The original Golden Age Blue Beetle was Dan Garret, the son of a police officer who was killed in the line of duty by a criminal. The Fox Feature Syndicate version of the character debuted in Mystery Men Comics #1 (Aug. 1939), with art by Charles Nicholas Wojtkowski (as Charles Nicholas) and began appearing in his own 60-issue series shortly thereafter; however, Holyoke also released some issues of the series during it’s slightly sporadic existence.
Rookie patrolman Garret donned a bulletproof costume (described as being made of a chain-mail which was "as thin and light as silk"), and temporarily gained superhuman strength from ingesting the mysterious vitamin 2-X.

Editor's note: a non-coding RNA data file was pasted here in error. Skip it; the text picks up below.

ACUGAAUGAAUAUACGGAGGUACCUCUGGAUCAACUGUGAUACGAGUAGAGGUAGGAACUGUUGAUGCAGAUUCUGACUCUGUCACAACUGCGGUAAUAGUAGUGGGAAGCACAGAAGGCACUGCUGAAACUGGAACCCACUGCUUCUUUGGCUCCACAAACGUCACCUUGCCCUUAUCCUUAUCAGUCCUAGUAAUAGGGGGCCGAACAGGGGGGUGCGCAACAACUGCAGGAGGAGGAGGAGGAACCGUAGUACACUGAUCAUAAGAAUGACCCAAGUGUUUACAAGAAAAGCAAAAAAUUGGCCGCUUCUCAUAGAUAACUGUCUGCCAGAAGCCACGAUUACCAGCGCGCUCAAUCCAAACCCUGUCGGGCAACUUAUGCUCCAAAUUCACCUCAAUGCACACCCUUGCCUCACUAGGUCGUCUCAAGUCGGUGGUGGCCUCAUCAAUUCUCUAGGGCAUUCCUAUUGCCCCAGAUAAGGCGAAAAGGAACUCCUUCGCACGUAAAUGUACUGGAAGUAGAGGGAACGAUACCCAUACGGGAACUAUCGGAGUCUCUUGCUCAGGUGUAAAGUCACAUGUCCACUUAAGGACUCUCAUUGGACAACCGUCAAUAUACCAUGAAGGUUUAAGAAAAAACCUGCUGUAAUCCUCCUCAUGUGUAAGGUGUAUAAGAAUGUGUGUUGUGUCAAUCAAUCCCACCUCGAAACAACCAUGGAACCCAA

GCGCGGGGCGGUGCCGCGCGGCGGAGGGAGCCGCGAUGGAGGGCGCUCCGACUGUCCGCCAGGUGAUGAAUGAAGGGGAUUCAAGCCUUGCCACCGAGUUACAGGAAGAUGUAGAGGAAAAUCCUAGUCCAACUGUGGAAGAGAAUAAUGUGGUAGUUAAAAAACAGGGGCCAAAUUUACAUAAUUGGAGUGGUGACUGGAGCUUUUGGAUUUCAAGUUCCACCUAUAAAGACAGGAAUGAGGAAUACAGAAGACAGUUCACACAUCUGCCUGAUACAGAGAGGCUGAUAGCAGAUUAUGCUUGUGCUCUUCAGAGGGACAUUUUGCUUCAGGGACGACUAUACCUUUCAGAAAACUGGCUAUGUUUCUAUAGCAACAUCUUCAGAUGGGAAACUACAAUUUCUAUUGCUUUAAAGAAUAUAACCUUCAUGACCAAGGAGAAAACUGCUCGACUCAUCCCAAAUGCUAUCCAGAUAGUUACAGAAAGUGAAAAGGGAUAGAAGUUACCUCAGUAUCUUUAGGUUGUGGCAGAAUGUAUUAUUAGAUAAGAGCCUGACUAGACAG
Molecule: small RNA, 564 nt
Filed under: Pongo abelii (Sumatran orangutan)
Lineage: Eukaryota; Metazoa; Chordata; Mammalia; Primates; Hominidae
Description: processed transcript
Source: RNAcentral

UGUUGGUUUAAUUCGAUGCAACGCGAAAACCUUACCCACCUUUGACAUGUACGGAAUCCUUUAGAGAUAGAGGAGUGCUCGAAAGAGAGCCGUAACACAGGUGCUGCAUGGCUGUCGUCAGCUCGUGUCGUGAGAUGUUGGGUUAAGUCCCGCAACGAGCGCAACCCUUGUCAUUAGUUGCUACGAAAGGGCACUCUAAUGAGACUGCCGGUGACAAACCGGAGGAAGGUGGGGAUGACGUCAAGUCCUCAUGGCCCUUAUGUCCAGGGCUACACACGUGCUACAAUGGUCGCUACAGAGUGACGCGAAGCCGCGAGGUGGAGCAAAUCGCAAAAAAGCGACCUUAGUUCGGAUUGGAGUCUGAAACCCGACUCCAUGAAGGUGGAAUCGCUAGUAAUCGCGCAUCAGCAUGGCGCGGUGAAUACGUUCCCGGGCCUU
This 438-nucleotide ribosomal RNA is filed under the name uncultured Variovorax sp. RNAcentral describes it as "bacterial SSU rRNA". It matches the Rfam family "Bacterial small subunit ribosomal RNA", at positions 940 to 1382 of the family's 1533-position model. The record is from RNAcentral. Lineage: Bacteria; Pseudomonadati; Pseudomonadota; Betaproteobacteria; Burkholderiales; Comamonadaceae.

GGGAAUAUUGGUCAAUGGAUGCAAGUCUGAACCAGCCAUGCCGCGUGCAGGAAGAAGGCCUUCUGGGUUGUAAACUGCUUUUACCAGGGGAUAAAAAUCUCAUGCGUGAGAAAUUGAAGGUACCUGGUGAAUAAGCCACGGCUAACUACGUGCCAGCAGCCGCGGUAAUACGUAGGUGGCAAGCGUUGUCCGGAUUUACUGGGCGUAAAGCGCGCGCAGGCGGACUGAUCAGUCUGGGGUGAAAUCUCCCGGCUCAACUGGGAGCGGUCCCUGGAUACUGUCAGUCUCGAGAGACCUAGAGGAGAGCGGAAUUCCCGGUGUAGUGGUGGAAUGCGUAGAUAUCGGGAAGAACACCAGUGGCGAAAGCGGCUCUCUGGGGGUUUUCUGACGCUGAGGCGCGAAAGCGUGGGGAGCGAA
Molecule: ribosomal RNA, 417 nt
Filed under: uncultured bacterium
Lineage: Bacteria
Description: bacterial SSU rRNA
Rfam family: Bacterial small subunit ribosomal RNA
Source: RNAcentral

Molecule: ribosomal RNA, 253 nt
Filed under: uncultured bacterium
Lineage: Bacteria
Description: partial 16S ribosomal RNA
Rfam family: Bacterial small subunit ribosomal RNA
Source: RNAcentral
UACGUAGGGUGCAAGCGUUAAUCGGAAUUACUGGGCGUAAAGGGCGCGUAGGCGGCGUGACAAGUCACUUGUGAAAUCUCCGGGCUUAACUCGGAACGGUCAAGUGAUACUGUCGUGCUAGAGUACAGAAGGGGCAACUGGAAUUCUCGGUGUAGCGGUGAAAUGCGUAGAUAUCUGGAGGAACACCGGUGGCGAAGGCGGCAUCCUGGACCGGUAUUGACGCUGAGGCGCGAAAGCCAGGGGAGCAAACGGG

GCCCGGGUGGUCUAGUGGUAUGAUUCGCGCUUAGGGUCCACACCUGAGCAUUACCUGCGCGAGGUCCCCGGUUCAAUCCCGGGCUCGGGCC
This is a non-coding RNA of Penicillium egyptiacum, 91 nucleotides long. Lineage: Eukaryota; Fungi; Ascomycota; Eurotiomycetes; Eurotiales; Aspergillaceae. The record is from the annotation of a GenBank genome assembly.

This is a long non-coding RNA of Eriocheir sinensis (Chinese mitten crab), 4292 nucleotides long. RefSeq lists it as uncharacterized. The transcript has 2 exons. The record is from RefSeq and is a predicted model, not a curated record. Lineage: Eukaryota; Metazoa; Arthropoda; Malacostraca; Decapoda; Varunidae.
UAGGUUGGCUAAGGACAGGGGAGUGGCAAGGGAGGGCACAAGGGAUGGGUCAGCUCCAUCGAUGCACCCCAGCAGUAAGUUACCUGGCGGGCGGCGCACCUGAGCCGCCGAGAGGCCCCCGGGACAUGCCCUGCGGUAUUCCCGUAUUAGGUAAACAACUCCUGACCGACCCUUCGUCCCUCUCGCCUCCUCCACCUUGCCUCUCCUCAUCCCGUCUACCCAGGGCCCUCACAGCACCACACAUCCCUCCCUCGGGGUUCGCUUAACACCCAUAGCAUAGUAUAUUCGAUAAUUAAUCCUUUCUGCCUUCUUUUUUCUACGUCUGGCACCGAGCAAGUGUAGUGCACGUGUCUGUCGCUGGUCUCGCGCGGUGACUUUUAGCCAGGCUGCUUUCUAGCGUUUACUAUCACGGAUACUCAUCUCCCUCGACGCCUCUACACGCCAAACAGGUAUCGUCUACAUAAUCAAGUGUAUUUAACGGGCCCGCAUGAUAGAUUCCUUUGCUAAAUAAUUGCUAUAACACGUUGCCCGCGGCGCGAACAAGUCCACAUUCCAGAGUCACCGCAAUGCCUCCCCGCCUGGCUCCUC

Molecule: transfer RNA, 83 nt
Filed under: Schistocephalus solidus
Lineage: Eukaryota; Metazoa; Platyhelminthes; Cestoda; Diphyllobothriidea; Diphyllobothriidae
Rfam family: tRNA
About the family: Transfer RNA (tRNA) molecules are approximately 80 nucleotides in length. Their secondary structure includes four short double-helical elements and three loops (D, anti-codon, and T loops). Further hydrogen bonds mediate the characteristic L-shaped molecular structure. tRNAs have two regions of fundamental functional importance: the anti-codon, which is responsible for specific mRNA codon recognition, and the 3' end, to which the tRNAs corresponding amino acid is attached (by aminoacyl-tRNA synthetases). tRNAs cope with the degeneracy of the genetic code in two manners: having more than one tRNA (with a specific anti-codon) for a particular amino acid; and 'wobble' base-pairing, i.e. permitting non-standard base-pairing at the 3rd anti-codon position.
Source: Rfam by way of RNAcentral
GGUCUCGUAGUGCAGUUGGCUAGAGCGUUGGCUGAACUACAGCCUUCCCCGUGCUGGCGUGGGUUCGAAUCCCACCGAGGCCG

The supporting cast remained fairly stable throughout this original run, and included Joan Mason, a crime reporter for the Daily Blade who would eventually star in her own backup series, and Mike Mannigan, Dan's Irish-stereotype partner on the police force. Dr. Franz, a local pharmacist (and inventor of the bulletproof suit and 2-X formula) played a prominent role in the first few issues of the run, but he was soon phased out.
A popular character of the Golden Age era, the Beetle also had a short-lived newspaper strip (drawn by the legendary Jack Kirby under a pseudonym), and a radio serial that ran for 48 thirteen-minute episodes. When super-heroes fell out of vogue in the late 1940s, Fox downplayed the Beetle's super-heroic angle (his superpowers were removed) and eventually relegated him to a hosting true crime stories within his own series before the book was cancelled.
The featured artwork is from DC Comics Secret Origins #2 (May 1986) by Gil Kane.